All businesses from major enterprises down to mom and pop shops are showing the tech forecast to be cloudy. The major cloud infrastructure vendors are seeing high double-digit growth each year, and public cloud service offerings as a whole are expected to net more than $200 billion in 2019, according to Gartner.
While other businesses are moving quickly to the cloud, the legal realm is dragging, no surprise there! Are firms actually moving to the cloud? YES, just much slower than other industries. In a recent survey only 55% of firms are using some sort of cloud software including SaaS (Software as a Service). Is it time for your firm to move to the cloud? Let's find out!
The first and biggest concern most law firms have is related to security. Is my client's data safe? Would our important information be as safe in a cloud environment as an on-premise server protected by firewalls? Many state bar associations as well as the ABA have answered those questions, and deemed cloud solutions ethical in the realm of lawyers. With that hurdle cleared there is one other major change to law firms with cloud offerings: how firms pay. Monthly subscriptions have now become the "norm" and SaaS (Software as a Service) was born. In this offering you pay month to month and it allows your firm to leave the agreement at any time. This truly provides firms much more flexibility in the software they want to use. One of the main benefits of SaaS is you never have to worry about the costly upgrades to the software or the overhead IT costs to maintain servers.
Before you move any of your own infrastructure or data, it’s important to answer some fundamental questions!
1. How cloud based is your firm already?
Before any major technological shift begins, you have to start with thorough assessment of your firm's infrastructure. What are your firm's critical applications? Where are they running? Are they stored in an on-premises data center or in the cloud?
Once you do that assessment, you may well find that many parts of your firm are already operating in the cloud. If any of your employees use Gmail, social media for marketing, or a SaaS solution, you’re already at least partially cloud-based. That assessment may also reveal that firm employees are spinning up cloud-based solutions for themselves, such as those for collaboration technology or file storage.
2. How much tech expertise do you have in house?
Once you know what you have and where it is, the question then becomes what infrastructure and services you should migrate to the cloud and what needs to stay on-prem.
We see many more small firms finding it easier and much more cost-effective to let cloud providers take care of maintaining, upgrading, and patching servers and go move everything to the cloud. Most smaller firms have little to no IT staff and leaving it to tech specialists at leading vendors who provide SaaS applications is a no-brainer!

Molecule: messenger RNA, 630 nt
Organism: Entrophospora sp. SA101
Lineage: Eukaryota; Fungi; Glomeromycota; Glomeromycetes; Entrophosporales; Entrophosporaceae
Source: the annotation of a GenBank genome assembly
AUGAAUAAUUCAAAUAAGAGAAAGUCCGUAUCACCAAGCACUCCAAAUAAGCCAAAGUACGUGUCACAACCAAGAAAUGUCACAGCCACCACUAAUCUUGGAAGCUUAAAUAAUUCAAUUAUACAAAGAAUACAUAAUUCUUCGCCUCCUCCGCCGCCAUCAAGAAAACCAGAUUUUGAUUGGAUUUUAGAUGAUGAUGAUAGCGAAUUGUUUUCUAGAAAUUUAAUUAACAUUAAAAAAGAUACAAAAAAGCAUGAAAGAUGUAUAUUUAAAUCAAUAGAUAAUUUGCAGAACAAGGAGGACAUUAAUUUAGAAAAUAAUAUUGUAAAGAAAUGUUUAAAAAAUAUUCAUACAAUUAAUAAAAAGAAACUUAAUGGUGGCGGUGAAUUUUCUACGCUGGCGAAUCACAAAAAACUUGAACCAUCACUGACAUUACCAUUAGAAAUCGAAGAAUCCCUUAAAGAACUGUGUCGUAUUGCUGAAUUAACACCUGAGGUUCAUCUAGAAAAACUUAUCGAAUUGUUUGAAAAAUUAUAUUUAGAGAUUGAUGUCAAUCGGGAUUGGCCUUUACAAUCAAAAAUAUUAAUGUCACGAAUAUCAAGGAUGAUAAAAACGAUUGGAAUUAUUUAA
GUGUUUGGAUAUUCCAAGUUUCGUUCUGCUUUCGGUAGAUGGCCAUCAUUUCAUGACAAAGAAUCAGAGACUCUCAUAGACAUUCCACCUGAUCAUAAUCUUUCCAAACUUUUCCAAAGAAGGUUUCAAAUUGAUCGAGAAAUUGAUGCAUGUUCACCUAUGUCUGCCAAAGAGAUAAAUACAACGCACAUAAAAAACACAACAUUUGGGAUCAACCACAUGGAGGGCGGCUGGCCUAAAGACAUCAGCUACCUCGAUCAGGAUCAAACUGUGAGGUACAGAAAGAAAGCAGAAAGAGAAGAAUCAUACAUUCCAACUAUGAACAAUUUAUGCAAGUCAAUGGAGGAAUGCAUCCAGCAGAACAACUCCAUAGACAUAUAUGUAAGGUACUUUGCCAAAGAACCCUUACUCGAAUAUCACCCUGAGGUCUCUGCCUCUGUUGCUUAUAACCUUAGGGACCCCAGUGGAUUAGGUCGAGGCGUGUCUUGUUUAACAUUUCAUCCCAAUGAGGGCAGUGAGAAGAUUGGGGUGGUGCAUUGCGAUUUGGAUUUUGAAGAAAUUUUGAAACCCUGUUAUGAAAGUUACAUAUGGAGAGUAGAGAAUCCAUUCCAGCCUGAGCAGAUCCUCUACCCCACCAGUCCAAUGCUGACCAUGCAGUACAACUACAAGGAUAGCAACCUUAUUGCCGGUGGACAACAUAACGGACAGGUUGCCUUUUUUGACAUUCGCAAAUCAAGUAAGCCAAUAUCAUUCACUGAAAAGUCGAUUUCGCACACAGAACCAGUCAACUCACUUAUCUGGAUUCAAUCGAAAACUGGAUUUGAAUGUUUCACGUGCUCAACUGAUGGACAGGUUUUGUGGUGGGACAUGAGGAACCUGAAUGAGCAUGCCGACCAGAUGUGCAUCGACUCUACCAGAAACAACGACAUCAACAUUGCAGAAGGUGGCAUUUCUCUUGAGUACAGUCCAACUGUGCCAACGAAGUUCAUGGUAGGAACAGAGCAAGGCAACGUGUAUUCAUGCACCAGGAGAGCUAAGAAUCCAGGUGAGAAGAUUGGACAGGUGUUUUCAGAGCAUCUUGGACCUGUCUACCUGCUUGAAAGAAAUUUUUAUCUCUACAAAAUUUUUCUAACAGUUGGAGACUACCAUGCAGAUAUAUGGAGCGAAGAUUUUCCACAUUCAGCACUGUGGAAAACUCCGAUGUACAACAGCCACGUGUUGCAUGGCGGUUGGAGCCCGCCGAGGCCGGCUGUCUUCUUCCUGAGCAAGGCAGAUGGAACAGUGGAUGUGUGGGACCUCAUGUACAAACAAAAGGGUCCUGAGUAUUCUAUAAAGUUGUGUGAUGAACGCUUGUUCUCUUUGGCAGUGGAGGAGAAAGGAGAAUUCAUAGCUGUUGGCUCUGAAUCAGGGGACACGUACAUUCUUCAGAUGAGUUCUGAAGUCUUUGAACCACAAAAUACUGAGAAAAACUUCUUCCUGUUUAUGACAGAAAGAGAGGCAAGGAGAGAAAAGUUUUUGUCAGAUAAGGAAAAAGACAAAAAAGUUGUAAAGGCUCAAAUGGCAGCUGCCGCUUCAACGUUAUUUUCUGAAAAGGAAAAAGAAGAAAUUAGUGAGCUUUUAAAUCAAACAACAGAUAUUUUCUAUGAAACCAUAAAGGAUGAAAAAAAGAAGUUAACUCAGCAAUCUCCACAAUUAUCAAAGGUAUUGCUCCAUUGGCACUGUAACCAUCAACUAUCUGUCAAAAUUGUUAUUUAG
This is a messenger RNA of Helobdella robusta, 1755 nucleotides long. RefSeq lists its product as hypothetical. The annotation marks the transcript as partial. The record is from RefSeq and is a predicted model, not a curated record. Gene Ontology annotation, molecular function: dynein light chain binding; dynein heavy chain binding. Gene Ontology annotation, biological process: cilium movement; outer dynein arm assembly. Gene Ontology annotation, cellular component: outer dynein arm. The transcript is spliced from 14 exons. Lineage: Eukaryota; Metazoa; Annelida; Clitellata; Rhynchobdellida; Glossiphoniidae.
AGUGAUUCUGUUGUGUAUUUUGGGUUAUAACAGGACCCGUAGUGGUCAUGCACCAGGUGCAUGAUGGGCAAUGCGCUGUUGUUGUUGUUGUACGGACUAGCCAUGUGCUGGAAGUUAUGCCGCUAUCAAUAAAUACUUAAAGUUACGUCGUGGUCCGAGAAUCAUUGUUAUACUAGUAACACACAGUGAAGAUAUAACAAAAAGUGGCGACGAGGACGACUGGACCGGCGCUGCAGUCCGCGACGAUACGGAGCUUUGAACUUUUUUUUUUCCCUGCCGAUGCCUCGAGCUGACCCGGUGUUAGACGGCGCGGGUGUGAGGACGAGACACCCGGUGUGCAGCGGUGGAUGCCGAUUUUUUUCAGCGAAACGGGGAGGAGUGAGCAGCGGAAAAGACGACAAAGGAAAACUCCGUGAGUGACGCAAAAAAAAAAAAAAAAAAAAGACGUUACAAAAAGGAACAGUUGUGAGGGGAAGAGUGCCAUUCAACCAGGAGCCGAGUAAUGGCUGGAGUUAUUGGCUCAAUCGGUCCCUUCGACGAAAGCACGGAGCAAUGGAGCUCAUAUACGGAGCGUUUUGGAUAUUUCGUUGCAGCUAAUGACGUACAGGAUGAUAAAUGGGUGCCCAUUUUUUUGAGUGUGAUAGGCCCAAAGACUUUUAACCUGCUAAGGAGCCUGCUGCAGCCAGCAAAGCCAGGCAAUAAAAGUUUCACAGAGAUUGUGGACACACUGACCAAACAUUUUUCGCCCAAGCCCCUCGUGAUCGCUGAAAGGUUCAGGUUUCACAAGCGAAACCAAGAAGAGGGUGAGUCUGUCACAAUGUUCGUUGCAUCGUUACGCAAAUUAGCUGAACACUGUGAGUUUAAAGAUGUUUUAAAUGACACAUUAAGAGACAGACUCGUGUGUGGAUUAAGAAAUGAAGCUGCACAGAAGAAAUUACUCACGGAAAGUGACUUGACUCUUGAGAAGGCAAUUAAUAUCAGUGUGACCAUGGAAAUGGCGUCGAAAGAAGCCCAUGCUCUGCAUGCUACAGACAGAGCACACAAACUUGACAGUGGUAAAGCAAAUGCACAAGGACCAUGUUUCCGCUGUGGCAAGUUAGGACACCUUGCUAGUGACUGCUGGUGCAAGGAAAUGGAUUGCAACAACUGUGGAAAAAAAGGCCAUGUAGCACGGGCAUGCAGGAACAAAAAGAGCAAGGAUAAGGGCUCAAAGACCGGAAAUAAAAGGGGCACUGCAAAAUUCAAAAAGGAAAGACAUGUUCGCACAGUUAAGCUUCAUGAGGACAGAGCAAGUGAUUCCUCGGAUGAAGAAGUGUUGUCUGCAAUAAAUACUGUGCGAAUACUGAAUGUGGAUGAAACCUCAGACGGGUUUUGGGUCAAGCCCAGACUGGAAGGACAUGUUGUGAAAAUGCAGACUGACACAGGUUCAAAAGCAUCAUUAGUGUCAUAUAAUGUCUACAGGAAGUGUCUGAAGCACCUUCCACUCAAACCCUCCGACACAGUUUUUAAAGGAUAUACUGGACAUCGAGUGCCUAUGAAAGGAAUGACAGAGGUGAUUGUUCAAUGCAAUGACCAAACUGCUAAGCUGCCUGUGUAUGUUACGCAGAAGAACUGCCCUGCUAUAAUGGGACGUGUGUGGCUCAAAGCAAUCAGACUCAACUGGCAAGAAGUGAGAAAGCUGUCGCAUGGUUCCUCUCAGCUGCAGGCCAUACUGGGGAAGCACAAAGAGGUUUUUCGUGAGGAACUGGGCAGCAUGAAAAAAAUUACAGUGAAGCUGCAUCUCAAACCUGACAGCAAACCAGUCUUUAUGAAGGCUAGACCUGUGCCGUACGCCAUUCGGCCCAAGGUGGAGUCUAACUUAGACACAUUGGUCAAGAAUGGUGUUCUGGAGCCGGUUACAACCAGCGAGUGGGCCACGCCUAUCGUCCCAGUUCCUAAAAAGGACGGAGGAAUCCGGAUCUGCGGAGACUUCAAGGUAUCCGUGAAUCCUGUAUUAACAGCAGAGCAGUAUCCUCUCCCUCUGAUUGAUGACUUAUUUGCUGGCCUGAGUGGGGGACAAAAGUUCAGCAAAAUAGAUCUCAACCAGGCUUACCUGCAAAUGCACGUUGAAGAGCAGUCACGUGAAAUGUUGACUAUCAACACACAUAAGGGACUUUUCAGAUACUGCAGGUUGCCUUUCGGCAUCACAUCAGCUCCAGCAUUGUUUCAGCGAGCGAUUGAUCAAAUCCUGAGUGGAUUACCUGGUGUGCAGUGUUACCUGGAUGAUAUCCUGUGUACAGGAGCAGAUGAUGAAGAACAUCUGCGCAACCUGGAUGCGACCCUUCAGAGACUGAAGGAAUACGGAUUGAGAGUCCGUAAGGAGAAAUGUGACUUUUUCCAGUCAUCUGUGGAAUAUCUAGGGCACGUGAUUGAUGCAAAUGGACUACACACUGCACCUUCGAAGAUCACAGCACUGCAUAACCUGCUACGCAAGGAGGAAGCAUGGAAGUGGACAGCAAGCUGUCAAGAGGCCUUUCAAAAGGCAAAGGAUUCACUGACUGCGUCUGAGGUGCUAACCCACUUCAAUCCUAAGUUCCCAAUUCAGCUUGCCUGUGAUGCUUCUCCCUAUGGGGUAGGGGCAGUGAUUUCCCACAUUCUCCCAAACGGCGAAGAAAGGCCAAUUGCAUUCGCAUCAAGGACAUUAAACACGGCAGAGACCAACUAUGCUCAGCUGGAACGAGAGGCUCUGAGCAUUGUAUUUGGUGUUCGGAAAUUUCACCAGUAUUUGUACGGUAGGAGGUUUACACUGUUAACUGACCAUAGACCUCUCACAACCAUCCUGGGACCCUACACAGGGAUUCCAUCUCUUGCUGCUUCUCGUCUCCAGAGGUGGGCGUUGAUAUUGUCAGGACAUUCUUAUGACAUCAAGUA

Sometimes moving to the cloud 100% is not possible, especially for larger firms. Organizations that have recently made large capital investments in technology on-premise will not be ready to waste that money spent. They also have many more IT resources in house to help support the software. Decisions to migrate to the cloud are typically made when legacy infrastructure is nearing its end of life.
It's not surprising the findings from a recent ABA survey: solo practitioners and small firms lead the way in cloud use, approaching 60%. Practices with 500 attorneys or more reported cloud use of only around 36%.
3. How much can you afford to invest?
How your firm handles your finances should be another key driver in your cloud migration strategy. There are much lower up-front costs with cloud options as you pay for the services as you need them. Cloud options also removes the need to anticipate future growth and avoids over provisioning, as cloud infrastructure can be scaled up or down as needed.
When you move from an on-prem data center to the cloud, you are also shifting a big chunk of your IT spend from capital to operating expenditures. The lower up-front investment for cloud solutions can prove an advantage for firms that may lack the resources or the desire to invest in infrastructure.
For most firms, it’s no longer a question of whether or not to move to the cloud, but of how many of their systems will make the migration. We tend to see the larger the firm, the more complex the decision will be. We have seen many midsize or large firms may end up adopting a hybrid approach, using some cloud services while maintaining other items on-premise.
By moving all or some of their infrastructure to the cloud, law firms can avoid costly capital expenditures, gain faster access to technology resources and have greater flexibility to respond to changing technology needs. That’s a winning argument! It’s time for law firms to start thinking about a move to the cloud as another path to increased efficiency, which translates to increased profitability!
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